Like most indie game developers, Forest and Aaron wanted to indulge their creative impulses. However, the brothers also wanted their studio to have a unique philosophy towards game development. One of the founding principles that resonated most with Forest is the company’s aim to always create games that they’ve never seen before. “There are tons of great games out there and we can’t risk creating something that isn’t (at-least in some ways) new,” says Forest. “We realize that we stand on the shoulders of other game designers and that our work will always be inspired by other games, but we have to be innovative.” As such, the goal of innovating new types of games is more than just the core of the studio’s identity, it is also, as Forest stated, their “best chance of success.”

Making Music with Monkey Drum and Learning Their Business

FlippFly’s first game would truly stem from the brothers’ goals to create something they have never seen before and that was family friendly; especially Aaron. After years of working on action games, Aaron wanted to work in a completely different genre. Given that both Aaron and Forest are amateur musicians and wanted to share their love of music with their children, the brothers began to think of a new type of music game for young kids. This brain-storming would evolve into Monkey Drum.

Looking back at the creation of this app, Forest explained that “the idea of making an app that could let a very young child experience the joy of making music was really intriguing. It seems likely that many of our games will have tools built-in to let players be creative. Encouraging the artistic nature is something that is close to our hearts.” As an app, Monkey Drum allows players to accessorize their characters, as well as feed, spin, and bop them. More importantly, the player can give characters access to realistic instruments and can be made to play real music.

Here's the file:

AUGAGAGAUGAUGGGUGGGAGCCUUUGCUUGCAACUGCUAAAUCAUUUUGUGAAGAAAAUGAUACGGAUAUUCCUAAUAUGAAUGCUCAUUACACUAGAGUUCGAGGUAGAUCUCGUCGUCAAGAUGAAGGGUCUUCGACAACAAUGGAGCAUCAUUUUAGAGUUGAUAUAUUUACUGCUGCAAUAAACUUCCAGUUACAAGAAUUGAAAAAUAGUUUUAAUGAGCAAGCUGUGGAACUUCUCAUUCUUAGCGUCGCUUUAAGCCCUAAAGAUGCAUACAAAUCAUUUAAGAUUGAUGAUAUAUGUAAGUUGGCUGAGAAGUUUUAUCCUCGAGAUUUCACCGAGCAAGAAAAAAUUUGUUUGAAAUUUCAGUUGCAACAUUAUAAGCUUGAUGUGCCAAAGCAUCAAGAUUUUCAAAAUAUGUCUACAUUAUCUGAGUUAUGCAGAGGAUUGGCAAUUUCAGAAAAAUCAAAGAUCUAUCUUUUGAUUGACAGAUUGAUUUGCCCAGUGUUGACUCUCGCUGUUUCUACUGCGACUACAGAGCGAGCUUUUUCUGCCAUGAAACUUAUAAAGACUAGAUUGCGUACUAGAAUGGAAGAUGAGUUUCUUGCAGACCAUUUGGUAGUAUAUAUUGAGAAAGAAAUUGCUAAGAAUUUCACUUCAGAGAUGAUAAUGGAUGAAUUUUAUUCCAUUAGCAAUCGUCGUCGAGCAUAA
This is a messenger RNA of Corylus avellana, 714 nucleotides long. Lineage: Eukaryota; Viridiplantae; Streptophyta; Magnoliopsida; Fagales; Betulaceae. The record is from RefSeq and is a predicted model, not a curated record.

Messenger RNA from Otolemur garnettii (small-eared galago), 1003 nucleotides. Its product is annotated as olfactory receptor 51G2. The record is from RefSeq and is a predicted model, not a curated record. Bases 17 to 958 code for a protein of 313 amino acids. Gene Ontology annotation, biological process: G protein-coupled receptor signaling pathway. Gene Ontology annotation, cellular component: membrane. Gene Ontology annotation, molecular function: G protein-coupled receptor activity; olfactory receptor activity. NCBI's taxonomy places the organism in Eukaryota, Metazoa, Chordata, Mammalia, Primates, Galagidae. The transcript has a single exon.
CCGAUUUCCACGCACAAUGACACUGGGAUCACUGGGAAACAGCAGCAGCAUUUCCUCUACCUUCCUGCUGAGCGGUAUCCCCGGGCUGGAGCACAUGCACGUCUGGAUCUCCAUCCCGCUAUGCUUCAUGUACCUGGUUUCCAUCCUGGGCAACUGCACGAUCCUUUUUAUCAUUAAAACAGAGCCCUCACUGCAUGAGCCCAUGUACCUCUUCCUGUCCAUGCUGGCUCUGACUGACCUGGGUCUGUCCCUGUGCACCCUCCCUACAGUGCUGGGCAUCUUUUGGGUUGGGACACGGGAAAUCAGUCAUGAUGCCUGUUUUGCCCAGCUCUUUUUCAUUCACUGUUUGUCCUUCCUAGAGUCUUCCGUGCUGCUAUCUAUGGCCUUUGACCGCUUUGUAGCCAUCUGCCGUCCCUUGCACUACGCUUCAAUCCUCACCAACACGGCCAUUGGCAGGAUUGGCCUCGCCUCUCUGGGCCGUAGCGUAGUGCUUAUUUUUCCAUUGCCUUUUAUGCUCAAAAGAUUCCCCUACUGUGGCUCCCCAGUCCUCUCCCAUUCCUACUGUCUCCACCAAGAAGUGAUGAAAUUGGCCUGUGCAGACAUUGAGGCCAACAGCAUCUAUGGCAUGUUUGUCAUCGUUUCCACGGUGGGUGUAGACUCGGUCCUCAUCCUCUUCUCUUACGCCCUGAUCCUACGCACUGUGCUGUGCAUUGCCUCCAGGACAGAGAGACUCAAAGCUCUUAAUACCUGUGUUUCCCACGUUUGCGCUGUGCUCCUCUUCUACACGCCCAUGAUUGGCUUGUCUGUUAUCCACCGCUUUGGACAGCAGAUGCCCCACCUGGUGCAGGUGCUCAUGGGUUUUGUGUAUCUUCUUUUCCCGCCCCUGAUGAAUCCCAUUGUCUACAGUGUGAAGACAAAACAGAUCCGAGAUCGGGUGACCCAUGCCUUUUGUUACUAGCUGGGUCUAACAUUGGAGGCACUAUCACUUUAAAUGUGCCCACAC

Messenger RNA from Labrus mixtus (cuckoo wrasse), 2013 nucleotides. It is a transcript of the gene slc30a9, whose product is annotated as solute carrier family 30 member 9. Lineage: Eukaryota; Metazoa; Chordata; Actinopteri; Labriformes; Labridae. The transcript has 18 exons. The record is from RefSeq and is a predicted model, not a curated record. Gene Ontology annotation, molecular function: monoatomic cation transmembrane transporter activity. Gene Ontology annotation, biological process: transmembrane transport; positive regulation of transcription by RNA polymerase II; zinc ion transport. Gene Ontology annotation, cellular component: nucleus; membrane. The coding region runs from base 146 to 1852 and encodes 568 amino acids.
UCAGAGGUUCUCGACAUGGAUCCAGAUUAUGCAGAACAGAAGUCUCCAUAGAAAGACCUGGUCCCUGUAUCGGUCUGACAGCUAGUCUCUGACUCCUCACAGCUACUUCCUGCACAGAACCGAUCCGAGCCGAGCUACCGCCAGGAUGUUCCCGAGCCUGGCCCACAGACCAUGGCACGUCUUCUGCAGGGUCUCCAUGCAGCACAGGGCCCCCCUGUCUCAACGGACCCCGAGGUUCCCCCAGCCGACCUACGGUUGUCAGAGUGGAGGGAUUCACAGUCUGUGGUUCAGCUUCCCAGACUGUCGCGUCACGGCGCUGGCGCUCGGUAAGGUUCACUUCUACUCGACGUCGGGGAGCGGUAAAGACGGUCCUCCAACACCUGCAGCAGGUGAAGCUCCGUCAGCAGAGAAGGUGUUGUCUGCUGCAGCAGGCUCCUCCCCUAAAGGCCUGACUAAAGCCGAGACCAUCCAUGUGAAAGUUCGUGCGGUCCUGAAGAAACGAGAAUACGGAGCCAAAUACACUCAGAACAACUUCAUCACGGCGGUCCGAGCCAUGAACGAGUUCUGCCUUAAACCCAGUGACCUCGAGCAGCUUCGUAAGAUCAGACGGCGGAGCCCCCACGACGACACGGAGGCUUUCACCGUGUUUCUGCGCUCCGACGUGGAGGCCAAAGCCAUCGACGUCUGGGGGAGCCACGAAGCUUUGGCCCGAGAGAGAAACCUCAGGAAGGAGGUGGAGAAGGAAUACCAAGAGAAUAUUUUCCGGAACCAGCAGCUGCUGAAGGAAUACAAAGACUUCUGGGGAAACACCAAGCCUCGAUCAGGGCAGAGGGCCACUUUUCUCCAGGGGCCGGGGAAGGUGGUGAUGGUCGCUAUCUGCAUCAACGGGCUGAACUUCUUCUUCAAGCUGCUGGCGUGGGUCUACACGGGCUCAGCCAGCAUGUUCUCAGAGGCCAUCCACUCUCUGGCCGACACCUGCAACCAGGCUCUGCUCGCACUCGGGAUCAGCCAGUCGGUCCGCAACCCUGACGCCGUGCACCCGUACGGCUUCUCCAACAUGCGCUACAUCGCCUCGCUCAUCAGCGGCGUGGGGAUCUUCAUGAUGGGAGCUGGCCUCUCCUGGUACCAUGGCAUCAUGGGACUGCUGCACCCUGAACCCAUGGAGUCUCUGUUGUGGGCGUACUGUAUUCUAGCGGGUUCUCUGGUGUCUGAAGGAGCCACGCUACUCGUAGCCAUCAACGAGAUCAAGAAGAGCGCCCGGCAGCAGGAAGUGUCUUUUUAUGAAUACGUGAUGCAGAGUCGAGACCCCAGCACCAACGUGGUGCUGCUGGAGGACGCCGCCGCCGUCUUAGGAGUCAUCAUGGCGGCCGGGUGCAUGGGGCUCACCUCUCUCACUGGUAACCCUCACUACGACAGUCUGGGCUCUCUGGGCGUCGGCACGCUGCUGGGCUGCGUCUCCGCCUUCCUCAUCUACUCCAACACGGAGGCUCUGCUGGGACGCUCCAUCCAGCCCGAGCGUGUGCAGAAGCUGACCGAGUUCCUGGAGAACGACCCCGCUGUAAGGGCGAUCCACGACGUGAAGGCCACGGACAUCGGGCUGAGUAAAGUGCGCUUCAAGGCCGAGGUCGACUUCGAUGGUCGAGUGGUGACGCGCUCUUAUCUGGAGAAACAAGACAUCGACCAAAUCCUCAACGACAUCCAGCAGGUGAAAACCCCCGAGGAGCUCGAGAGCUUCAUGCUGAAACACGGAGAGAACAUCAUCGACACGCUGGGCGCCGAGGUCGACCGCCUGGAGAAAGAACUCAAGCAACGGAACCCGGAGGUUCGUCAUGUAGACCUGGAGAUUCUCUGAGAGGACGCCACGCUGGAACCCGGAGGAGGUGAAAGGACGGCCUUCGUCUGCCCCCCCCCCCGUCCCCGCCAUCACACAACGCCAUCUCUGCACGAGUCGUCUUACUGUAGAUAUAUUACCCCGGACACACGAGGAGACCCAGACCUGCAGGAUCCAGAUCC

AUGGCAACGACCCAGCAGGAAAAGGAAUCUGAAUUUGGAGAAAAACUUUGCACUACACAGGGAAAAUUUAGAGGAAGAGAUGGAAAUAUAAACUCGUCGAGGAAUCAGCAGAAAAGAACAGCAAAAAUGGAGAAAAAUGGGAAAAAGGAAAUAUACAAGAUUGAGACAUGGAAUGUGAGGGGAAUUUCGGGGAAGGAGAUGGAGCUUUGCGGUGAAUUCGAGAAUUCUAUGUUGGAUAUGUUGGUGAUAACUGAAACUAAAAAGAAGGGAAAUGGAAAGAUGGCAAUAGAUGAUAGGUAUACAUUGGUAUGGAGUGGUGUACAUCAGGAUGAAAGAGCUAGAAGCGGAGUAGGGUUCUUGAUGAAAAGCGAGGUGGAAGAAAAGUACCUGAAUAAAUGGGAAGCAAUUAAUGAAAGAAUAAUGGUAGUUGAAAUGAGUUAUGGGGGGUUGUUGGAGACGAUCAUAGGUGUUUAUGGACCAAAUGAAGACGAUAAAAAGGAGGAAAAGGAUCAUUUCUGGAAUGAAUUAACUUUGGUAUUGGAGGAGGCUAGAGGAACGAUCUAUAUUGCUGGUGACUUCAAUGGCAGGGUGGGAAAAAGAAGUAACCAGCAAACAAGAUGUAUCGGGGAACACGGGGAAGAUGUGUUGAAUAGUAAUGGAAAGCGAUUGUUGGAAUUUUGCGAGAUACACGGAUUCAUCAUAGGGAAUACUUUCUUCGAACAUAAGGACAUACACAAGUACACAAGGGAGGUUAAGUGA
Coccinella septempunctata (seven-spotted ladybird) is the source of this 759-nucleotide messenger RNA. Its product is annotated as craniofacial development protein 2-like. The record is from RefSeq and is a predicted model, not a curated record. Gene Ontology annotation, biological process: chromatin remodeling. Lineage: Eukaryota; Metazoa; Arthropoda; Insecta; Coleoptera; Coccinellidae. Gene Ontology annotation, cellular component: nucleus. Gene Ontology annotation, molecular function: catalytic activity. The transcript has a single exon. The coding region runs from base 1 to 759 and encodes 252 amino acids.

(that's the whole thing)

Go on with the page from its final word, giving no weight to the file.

Making Monkey Drum forced Aaron and Forest to grapple with the day to day grind of developing their game.

The process of making Monkey Drum allowed the brothers to indulge in their love of music and their goals to share it with their children. However, making Monkey Drum forced Aaron and Forest to grapple with the day to day grind of developing their game. One challenge that they encountered was time management, according to Forest. “We are both pretty good at working hard and getting things done, but game development is an excruciatingly slow process,” says Forest. “[We] learned a lot about how long things will actually take with a two-man team. To be completely honest, we are still learning that lesson.”

Released on May 25, 2012, Monkey Drum was more than just another app. For Aaron and Forest, it was proof that they could produce a consumer product. As Aaron expressed, completing this game “showed us that ‘yes, we can make a complete product.’” Its completion and consumer feedback gave them the confidence needed to go forward.

Race the Sun and Turning to Kickstarter